A HANDWRITTEN CARD found amongst the papers of the late poet Sally Purcell bears the following anonymous and unsourced quotation:
… Y sobre todo tendras
los regalos de mi pecho,
las finezas de mi amor,
la verdad de mi deseo …
a translation of which is
… And above all you have
gifts from my breast,
the subtleties of my love,
the truth of my desire
the Epigraph in Sally Purcell’s Collected Poems
It’s possible, sometimes, to fall especially for anonymous poetry. The world’s sacred scriptures are full of it. Our ancient forebears believed that poetry (from the Greek for “to make”) carried the Word of the un-nameable maker, the breath, the creativity, the encouragement, the enthusiasm (the from-God-ness), the feeding, the fire, the grace, the glory, the hearing, the hope, the knowing, the order, the passion, the seeing, the voice, the will, the work and the yearning of the divine. So, for me, with this little Epigraph. And I wonder whether it is the very key to Sally Purcell’s life and poetry. And I wonder, too, whether I’m so attracted to it because it holds a key to what I want to be mine.
Writing for The Times of 19 November 2002, Libby Purves remembered her friend: “like Spender’s archetypal poet she was born of the sun, walked a short while towards the sun, and left the vivid air signed with her honour.” Ah! – notwithstanding my many frailties and failures I’dd nonetheless like to think that a beloved friend, some day remembering my life, might be able to say such a thing of mine. The home and the love we all long for will surely be the place where all the vivid air is signed with honour, God’s honour, your honour, and mine.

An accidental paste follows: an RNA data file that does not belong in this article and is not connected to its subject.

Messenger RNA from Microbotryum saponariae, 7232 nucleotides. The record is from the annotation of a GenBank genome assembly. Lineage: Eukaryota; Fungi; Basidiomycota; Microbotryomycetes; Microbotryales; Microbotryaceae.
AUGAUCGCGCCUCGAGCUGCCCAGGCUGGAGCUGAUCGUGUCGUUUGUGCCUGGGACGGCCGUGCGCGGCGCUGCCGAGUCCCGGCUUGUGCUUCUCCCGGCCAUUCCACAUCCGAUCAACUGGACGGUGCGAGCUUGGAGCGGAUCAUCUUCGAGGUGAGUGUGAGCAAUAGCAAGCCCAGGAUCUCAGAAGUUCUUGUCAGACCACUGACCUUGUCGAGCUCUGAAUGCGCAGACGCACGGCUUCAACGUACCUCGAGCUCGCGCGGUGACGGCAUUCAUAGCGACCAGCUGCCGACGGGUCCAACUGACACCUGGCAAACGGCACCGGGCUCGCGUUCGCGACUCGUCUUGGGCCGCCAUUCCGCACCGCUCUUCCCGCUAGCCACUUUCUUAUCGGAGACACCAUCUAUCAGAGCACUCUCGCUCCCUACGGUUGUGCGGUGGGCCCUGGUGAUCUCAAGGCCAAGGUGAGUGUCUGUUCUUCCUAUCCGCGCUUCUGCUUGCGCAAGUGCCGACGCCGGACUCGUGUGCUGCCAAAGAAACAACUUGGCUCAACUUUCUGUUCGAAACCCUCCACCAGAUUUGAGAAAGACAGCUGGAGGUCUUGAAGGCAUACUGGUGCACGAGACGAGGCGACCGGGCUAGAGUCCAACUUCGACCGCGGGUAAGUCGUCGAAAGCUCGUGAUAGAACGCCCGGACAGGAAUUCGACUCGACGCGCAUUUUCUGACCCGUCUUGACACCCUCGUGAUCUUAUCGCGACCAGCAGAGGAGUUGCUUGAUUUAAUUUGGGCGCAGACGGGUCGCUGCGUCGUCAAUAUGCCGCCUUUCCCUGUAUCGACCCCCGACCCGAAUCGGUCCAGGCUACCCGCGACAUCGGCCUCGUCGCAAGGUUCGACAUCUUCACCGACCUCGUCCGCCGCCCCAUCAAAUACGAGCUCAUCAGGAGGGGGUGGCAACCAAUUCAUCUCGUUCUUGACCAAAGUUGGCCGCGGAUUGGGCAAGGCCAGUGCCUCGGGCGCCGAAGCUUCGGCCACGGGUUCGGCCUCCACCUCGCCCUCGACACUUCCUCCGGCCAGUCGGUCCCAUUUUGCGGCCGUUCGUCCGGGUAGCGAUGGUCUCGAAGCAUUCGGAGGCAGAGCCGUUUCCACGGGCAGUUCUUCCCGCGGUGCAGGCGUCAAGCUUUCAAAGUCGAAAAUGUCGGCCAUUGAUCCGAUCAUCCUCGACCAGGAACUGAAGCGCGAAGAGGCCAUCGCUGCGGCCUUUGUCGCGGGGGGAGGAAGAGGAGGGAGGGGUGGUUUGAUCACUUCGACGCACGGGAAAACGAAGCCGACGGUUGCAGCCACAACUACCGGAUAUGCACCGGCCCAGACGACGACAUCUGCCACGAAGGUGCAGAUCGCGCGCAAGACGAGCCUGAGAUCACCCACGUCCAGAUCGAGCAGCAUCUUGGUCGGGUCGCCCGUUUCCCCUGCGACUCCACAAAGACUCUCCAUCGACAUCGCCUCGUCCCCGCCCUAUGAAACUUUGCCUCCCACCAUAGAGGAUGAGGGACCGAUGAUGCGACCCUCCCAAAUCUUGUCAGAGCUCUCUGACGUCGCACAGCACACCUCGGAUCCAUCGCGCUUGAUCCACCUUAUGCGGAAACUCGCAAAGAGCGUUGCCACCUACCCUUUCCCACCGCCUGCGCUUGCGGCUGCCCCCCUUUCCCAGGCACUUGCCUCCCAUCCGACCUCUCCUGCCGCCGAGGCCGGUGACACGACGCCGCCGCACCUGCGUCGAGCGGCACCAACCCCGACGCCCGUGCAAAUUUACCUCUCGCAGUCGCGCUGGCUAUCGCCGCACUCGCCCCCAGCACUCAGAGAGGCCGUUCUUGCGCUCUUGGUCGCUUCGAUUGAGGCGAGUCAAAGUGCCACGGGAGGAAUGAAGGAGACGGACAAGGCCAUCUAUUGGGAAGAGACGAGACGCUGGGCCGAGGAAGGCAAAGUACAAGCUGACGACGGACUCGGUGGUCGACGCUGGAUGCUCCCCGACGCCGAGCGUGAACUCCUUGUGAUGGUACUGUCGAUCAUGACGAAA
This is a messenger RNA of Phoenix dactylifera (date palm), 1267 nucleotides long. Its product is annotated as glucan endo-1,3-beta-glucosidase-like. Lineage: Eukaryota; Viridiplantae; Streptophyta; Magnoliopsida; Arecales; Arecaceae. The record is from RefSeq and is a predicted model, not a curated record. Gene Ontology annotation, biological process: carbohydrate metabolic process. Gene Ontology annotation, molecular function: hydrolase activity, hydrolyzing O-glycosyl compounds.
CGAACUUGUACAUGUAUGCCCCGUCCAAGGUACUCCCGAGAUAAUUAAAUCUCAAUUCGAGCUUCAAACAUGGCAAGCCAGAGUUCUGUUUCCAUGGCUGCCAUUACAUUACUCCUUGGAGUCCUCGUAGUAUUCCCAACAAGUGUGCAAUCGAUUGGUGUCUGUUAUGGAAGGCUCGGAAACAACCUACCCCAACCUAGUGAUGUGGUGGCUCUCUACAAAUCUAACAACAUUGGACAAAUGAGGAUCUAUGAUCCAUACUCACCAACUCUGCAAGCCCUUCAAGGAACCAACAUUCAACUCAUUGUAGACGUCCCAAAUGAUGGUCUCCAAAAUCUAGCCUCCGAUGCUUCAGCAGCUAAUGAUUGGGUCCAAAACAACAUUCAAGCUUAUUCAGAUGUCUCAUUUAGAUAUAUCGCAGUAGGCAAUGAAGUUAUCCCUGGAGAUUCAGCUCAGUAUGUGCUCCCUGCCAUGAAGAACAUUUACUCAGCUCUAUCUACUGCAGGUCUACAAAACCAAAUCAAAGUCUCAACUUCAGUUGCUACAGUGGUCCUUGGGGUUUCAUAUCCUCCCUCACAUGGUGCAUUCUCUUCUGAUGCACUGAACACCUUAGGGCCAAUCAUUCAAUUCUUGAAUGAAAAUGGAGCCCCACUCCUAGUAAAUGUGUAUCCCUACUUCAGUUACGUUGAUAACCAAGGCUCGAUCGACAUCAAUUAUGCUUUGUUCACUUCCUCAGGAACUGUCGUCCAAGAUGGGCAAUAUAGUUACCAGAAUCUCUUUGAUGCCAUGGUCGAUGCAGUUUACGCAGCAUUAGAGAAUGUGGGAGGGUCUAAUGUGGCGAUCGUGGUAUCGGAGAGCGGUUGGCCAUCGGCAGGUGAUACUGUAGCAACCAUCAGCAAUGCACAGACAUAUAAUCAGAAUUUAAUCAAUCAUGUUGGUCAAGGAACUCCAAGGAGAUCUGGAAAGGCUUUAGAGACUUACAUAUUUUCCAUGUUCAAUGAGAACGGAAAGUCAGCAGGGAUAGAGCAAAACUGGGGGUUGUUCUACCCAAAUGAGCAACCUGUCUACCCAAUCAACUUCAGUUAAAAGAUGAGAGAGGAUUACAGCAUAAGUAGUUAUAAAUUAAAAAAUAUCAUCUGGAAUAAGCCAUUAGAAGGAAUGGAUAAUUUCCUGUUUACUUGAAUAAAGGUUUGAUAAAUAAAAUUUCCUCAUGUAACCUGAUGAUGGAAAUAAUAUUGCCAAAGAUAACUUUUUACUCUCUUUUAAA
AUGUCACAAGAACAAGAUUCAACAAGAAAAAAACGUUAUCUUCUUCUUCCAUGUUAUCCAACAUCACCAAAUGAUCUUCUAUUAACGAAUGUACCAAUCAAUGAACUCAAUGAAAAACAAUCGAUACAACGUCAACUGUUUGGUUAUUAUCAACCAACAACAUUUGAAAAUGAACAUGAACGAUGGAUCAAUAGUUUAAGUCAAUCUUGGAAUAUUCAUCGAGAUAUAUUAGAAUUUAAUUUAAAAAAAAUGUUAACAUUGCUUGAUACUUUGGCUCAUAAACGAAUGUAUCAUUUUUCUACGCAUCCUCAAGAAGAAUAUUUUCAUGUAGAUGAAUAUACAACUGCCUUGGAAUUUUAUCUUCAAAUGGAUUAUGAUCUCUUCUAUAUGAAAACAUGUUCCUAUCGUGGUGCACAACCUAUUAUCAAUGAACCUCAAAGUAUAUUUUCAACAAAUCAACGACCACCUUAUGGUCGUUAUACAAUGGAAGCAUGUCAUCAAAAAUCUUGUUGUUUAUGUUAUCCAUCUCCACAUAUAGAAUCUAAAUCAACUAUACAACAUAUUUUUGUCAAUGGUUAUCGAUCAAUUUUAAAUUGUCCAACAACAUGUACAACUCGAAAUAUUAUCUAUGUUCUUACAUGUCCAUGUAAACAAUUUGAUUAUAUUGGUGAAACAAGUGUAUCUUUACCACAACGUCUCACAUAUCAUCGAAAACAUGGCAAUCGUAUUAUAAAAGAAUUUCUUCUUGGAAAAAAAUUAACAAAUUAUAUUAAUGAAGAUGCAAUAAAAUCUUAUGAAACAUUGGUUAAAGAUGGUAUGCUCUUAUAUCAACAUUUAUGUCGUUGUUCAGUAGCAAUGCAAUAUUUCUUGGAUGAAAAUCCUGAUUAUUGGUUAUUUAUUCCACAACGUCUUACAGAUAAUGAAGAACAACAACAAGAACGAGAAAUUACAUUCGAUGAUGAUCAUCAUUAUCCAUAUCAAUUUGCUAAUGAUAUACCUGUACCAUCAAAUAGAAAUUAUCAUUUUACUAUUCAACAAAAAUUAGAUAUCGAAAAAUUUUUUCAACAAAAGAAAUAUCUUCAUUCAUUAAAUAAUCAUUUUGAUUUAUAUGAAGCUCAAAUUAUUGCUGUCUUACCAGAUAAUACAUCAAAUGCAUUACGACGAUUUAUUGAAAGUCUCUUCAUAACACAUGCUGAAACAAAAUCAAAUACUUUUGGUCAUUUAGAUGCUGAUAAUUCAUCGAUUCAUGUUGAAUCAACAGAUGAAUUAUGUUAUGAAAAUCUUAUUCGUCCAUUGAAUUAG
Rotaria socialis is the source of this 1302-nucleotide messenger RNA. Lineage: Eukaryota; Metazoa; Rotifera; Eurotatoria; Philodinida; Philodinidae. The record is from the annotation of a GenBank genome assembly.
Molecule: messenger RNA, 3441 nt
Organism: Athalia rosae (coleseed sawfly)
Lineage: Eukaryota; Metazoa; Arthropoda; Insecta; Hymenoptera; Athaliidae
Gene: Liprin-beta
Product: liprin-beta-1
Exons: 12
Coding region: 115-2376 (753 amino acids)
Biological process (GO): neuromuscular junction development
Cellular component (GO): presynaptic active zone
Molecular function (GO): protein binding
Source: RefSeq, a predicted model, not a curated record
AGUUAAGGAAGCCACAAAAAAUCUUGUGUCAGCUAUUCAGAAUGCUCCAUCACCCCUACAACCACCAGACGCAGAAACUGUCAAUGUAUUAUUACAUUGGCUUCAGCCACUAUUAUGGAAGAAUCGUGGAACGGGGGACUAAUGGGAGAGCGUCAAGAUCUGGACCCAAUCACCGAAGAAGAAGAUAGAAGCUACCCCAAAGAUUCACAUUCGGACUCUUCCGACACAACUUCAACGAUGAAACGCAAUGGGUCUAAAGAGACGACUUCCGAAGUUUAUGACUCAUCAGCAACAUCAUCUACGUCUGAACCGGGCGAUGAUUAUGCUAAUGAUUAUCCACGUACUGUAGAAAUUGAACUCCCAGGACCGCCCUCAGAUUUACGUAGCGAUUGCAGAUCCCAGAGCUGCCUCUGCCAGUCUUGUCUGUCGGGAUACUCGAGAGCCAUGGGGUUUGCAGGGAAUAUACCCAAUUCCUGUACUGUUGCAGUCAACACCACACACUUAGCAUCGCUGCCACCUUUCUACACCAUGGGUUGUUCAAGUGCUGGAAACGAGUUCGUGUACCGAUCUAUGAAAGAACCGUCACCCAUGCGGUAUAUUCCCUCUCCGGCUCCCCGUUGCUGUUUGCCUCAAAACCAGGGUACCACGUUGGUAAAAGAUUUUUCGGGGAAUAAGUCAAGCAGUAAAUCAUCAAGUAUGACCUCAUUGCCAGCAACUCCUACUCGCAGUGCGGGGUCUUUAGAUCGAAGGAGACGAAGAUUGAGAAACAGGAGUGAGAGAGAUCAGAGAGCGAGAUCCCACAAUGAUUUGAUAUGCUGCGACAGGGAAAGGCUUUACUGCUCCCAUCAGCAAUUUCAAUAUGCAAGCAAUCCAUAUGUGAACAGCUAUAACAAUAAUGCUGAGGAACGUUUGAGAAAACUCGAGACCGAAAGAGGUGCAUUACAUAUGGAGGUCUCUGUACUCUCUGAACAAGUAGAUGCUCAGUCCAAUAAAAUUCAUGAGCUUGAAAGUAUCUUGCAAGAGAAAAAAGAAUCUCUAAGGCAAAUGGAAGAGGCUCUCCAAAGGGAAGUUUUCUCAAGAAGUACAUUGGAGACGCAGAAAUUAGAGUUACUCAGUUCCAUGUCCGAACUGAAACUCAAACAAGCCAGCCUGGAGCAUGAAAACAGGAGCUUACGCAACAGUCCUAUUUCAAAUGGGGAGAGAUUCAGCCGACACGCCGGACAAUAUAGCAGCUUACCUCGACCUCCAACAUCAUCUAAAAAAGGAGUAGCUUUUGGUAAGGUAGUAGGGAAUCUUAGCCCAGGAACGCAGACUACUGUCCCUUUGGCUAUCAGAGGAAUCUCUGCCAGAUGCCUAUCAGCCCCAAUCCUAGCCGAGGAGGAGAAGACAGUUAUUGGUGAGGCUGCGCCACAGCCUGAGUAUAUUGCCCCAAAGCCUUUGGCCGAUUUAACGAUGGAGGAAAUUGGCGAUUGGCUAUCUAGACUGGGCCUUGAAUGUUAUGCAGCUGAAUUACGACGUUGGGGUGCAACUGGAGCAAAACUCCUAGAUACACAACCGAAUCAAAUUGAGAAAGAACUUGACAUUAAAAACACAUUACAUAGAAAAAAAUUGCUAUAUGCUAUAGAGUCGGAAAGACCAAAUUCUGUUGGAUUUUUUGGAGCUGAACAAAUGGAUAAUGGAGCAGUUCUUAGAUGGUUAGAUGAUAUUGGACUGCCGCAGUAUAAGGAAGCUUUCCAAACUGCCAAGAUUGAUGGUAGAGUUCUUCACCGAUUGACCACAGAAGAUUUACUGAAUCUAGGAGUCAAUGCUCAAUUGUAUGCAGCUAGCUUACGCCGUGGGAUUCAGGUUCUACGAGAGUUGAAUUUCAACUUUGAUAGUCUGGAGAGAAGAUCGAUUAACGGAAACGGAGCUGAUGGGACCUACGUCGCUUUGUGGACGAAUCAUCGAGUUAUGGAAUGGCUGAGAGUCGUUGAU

Here in this exquisite Epigraph is a hint of that Kingdom come, here, today, in us, on earth, in our breasts, in our souls, in our most intimate known and knowing depths, as it is in heaven. It’s an extra-ordinary sort of a love that tells someone that they have “gifts from my breast”. There’s warm and life-sustaining intimacy in the message that another has some understanding of “the subtleties of my love”. An achingly beautiful reaching and being reached in “the truth of my desire”. I think of “the disciple Jesus loved” at rest upon his breast. And inwardly, perhaps more intimately than outwardly, our poetry creates in the same wonderfully incarnate way as did His.
Caught up into one, in the One, because “You, You only, exist”, we hear, in our most beloved voices, an all-encompassing, life-giving and eternal Voice say
I am the quiet fruit in your hand
I am the green weed that sways in the current
I am the dark red wrack
That clings to the oceans floor below all tides
I am shell or fossil that can strip no further
I am driftwood after its voyaging
I am the sunlight flickering on these pages
Who but I knows the exchange of sea and shore ?
And so we smile. Warmed inside. We pray.
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